In Michigan, severe weather can happen anytime with thunderstorms, damaging winds, tornadoes, hail, flooding, freezing rain, sleet, snow, and strong winds. In a typical year, more than 1,200 tornadoes occur throughout the United States, and nearly 12,000 reports of wind and hail are received from local first responders and the public.
Stay safe during severe weather by taking the time now to prepare yourself and your family for the coming storms.
How will I receive emergency alerts and warnings?
- Portage Public Safety provides emergency information leading up to and during weather emergencies through our social media sites. Follow us on Facebook and Twitter @Portage MI Dept of Public Safety - Police & Fire for the most up to date weather warnings and information.
- The city maintains a system of outdoor warning sirens, which provide warning notifications to citizens while they are outdoors in the event of a weather emergency. The sirens are not designed to wake residents from sleep or be heard over other home activities. The warning siren system is tested on the first Saturday of every month at 1 PM, during which the sirens are sounded to ensure they are operating properly.
- Wireless Emergency Alerts (WEA) are designed to alert cell phone users of severe weather and other national emergencies based on their physical location at the time of the emergency. Visit weather.gov/wrn/wea.
- NOAA Weather Radio (NWR) is a nationwide network of radio stations broadcasting continuous weather information from the nearest National Weather Service (NWS) office. NWR requires a special radio capable of picking up the signal, which can be purchased at many retail outlets or online. Visit weather.gov/nwr.
- Anytime severe weather threatens a geographical area, the NWS will interrupt local TV and radio stations to provide relevant information pertaining to the severe weather emergency in the area.
- Portage Alert is the city’s mass notification service. Sign up now to receive important emergency information from the city such as severe weather alerts, road closures, or other emergency situations. Visit portagemialert.bbcportal.com.
What is my shelter plan?
- To effectively shelter, choose a place in your home or business that is safe during severe weather like a basement or a small interior room on the lowest level and away from windows, such as a bathroom or closet.
- Consider those with disabilities or limited access and functional needs, including devices and equipment.
- Store a basic first-aid kit, a radio, a cell phone and a flashlight/batteries in your safe room.
Communicating in disasters
- Text is best when using a mobile phone, but if you make a phone call, keep it brief and convey only vital information to emergency personnel and/or family to minimize network congestion and conserve battery power.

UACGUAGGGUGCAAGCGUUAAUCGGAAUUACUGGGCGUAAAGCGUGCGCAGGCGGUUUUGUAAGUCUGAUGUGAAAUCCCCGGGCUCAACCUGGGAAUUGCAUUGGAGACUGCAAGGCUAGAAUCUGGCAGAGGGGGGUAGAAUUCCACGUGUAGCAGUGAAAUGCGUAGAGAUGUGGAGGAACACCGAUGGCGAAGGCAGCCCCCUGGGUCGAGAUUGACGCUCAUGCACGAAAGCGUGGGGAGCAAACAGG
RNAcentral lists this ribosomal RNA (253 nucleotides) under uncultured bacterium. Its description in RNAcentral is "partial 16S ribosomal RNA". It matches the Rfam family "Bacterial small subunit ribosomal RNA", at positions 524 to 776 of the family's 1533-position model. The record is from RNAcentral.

- Conserve your mobile phone battery. Reduce the brightness of the screen, close all unneeded apps, and limit other activities on the phone.
- Many landline phones need electricity to operate and will likely not work during a power outage.
- Smart911 is a free service where you can create a private and secure safety profile for your family, including any information you want 9-1-1 to have during an emergency. You can include details such as family members, photos, medical notes, pets, and emergency contacts. Visit smart911.com.
- The NWS has additional resources for those who are hearing impaired, have an intellectual disability or are non-English speaking. These resources can be found on the Safety Campaign tab at weather.gov/wrn.
Make a Disaster Supply Kit
In the event of a major severe weather event, utilities such as gas, electric, water, sewer, and roads, can be effected. Some or all services may be unavailable for days. Families should have a disaster supply kit prepared with enough supplies to last for at least 72 hours. Tailor the supplies to your specific needs and responsibilities, such as dietary needs, medical needs including prescriptions and equipment that may require electricity, and pets or service animals. Your kit should include:
- At least one gallon of water per person and animal per day.
- Non-perishable food that does not require cooking.
- Flashlight or lanterns (not candles due to the risk of fire).
- Extra batteries for all items including cell phones.
- Wrench or pliers to assist in shutting of utilities if needed.
- Gas and oil for your generator (if applicable).
If your home is without power, avoid carbon monoxide poisoning by not using grills, unvented gas or kerosene heaters, generators, or ovens and stoves indoors.
Keep refrigerator and freezer doors closed to keep the contents inside as fresh as possible. If you must eat the food in your refrigerator, check for signs of spoilage.